by Dean Karrel – LinkedIn

Over the past week, I have had two clients tell me some pretty disturbing stories about experiences they have had with managers from two companies. One person said she had been on three interviews with one company, two with another, and then never heard a thing. This is even after multiple telephone calls and emails.

The other individual said he had recently been let go from his company after 18 years because of, “expense saving measures”. He then felt like an outcast and was even given the cold shoulder by his manager during the final few days at his office.

Both clients asked me a similar question. “Is this this standard practice or is it just me?”

Sadly, poor ethical behavior and leadership deficiencies by managers as it pertains to hiring and firing is more common than we would think.
We have all seen posts on LinkedIn from people writing about their experiences as they have looked for new jobs and gone on interviews. It does seem to be such poor business practice to not let people know the status of their interviewing and application process especially if multiple meetings have occurred.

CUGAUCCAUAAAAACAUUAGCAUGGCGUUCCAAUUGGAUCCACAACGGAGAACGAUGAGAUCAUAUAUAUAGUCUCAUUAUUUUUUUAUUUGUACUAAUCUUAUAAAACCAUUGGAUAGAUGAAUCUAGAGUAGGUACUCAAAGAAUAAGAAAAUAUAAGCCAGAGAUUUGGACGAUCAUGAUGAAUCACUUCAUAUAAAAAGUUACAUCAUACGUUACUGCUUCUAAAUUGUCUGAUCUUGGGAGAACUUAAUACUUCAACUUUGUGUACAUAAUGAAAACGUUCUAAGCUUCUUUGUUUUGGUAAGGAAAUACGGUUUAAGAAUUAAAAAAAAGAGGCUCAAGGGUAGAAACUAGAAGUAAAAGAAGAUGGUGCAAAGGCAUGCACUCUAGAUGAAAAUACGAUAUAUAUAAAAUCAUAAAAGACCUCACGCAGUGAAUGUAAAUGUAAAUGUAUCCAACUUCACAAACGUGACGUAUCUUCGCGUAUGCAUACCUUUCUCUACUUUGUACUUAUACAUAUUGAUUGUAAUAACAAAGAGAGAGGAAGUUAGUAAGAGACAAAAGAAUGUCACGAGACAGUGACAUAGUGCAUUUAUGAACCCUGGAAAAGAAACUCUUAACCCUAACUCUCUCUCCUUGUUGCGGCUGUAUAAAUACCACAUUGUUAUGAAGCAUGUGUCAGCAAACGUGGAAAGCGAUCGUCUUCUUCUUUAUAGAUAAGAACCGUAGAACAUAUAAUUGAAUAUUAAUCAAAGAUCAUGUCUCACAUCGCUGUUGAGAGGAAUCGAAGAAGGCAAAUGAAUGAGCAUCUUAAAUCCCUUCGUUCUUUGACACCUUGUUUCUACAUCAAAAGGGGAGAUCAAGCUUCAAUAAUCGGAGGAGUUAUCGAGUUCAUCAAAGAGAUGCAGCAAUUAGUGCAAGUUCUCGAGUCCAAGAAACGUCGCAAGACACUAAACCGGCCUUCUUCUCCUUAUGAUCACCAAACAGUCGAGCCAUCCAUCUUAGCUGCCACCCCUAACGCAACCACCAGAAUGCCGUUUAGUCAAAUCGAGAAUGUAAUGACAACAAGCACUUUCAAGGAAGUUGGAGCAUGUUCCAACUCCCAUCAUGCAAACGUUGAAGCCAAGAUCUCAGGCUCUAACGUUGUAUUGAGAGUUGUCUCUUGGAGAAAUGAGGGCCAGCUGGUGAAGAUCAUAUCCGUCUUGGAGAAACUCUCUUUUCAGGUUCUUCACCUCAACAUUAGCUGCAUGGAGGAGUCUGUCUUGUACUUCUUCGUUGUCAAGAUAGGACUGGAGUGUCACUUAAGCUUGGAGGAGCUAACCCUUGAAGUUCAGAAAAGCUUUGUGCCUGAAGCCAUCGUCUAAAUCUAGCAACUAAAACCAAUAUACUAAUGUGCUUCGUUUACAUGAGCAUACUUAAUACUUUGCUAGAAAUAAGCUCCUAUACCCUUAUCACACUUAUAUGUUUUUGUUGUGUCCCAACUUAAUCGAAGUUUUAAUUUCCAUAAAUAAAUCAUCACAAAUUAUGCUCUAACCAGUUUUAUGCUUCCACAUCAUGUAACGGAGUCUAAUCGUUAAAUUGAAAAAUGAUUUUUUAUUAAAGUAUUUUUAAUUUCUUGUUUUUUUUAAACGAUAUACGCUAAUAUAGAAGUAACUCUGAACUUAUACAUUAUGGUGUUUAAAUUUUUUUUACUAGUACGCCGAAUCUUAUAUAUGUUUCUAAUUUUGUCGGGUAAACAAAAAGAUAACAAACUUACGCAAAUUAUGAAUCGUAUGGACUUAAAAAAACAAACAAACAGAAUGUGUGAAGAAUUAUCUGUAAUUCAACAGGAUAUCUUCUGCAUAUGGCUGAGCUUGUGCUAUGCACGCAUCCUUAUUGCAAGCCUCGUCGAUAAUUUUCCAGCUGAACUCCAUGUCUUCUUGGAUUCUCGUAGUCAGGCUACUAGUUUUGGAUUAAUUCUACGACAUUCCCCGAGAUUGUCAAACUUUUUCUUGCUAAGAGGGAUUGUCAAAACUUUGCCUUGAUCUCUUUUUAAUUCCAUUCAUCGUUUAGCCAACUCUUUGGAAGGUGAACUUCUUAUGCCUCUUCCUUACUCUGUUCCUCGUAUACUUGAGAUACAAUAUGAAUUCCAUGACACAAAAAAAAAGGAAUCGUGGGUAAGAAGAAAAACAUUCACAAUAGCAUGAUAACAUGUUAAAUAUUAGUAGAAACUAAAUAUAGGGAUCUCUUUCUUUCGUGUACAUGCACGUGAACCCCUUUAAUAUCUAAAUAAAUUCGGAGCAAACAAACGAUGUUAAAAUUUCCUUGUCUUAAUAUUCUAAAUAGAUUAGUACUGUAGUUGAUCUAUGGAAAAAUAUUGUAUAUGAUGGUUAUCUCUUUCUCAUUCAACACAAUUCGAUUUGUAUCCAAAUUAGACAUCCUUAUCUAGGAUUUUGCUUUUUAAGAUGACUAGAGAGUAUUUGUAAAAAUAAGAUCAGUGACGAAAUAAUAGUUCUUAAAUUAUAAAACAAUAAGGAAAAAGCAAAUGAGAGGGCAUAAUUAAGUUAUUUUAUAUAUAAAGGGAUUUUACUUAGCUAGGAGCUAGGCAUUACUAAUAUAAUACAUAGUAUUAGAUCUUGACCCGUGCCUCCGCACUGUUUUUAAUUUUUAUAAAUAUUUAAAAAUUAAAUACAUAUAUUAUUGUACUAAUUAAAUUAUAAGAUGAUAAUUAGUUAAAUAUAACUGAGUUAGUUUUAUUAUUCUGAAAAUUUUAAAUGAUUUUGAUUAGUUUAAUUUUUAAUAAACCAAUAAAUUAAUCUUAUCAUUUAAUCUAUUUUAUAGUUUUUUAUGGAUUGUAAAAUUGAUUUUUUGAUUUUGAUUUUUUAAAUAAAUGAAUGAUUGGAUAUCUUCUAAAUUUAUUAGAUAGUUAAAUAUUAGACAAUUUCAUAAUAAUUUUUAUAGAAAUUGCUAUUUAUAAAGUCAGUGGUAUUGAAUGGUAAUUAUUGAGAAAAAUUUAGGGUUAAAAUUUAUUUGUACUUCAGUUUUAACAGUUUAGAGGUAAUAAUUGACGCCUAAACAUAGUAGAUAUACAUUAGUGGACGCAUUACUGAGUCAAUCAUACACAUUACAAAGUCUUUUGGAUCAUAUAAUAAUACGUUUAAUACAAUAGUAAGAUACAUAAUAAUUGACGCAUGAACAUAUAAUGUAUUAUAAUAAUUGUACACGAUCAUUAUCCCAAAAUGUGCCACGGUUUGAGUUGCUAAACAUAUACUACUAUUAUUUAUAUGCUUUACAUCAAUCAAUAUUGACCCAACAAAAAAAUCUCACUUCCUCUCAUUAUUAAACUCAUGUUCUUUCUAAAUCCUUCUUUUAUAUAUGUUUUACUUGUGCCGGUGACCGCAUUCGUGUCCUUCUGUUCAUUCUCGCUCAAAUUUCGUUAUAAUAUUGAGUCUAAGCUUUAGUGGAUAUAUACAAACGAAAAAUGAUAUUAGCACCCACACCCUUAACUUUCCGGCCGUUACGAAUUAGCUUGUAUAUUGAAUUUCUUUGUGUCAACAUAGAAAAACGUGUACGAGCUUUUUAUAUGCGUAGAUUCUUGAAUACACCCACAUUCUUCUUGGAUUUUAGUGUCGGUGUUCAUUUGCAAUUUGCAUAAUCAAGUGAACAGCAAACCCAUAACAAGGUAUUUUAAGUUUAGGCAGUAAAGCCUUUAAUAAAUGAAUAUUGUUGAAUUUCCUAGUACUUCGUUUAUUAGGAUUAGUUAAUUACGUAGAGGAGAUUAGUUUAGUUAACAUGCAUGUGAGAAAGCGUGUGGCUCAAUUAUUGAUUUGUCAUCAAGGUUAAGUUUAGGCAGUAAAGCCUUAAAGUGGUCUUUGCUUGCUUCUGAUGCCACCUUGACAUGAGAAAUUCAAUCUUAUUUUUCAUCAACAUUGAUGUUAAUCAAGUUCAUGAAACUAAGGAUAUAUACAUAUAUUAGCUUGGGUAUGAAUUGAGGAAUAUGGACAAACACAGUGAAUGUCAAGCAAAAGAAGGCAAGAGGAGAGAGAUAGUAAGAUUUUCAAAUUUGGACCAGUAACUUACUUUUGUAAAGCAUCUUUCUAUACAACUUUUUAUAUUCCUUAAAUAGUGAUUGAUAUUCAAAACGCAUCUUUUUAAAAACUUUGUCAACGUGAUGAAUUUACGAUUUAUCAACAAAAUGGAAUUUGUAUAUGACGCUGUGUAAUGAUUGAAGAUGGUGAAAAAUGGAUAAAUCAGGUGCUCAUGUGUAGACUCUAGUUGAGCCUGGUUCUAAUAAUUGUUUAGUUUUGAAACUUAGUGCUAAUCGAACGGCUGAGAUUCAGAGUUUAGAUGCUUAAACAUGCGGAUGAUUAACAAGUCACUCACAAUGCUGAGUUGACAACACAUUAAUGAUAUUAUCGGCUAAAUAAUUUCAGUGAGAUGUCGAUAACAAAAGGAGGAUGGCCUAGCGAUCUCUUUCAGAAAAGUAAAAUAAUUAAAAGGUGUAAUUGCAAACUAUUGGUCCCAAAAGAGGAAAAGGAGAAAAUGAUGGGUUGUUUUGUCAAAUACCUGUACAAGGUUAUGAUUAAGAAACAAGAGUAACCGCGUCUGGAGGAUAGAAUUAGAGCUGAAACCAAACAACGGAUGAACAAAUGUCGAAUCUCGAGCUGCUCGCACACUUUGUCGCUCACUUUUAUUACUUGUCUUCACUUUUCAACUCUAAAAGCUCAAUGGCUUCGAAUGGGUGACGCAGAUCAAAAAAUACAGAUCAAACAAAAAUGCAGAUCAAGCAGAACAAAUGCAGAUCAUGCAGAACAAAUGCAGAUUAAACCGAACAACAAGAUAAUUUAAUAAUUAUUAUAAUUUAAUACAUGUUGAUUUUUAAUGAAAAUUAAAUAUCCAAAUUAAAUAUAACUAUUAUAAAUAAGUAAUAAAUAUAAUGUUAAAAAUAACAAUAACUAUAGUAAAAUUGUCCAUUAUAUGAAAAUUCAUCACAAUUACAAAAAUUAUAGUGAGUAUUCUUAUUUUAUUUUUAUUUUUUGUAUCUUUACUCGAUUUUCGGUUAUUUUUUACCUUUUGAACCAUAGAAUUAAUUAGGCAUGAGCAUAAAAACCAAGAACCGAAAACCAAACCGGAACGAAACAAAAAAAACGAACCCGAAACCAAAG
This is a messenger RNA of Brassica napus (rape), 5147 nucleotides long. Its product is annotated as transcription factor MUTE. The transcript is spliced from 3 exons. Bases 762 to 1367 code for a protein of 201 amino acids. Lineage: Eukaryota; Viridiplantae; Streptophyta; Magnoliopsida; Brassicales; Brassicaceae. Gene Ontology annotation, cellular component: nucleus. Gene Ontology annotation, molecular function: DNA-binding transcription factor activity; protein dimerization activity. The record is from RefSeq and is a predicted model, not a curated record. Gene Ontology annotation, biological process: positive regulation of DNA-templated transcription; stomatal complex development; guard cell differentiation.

There are also posts we have read from people with real horror stories of what has happened to them or how they were treated when their job was eliminated. Frankly, it can really make your head shake at the poor leadership skills.

In my career, I have been fortunate to have worked with some outstanding human resources professionals. They have taught me a lot and modeled the way to enable me to be better at the communication process with hiring and showing real compassion when I have had to let people go. Because of their education and training, the vast majority of HR professionals and recruiters know how to handle both of these critical skills. (I know some of you may disagree with me, but I have not experienced it otherwise)

I think the real issue is with the hiring manager or the manager firing an employee.
In my view they are woefully under-trained in some of the basic skills of interviewing and following-up with a candidate. Rather than being honest and saying, “Sorry, you won’t be the right match for our company, but I hope you do find the right opportunity somewhere”, they go undercover not returning telephone calls or answering emails.

When the unfortunate task of letting someone go has to be done, they are afraid to look the other person in the eye, make up lame excuses, or just don’t show any empathy.

So, what should we do? How do we correct this? What is the answer?

I think every manager should be required to receive training in these two critical leadership skills. They need to learn, how to hire and how to let someone go.
Some companies are good providing this training while others are not. I am not talking about four weeks or a semester of intensive classes, I am thinking about a half day program here or workshops over a few evenings. However, I also think the training needs to be retaken and reviewed every few years so that we are always improving.

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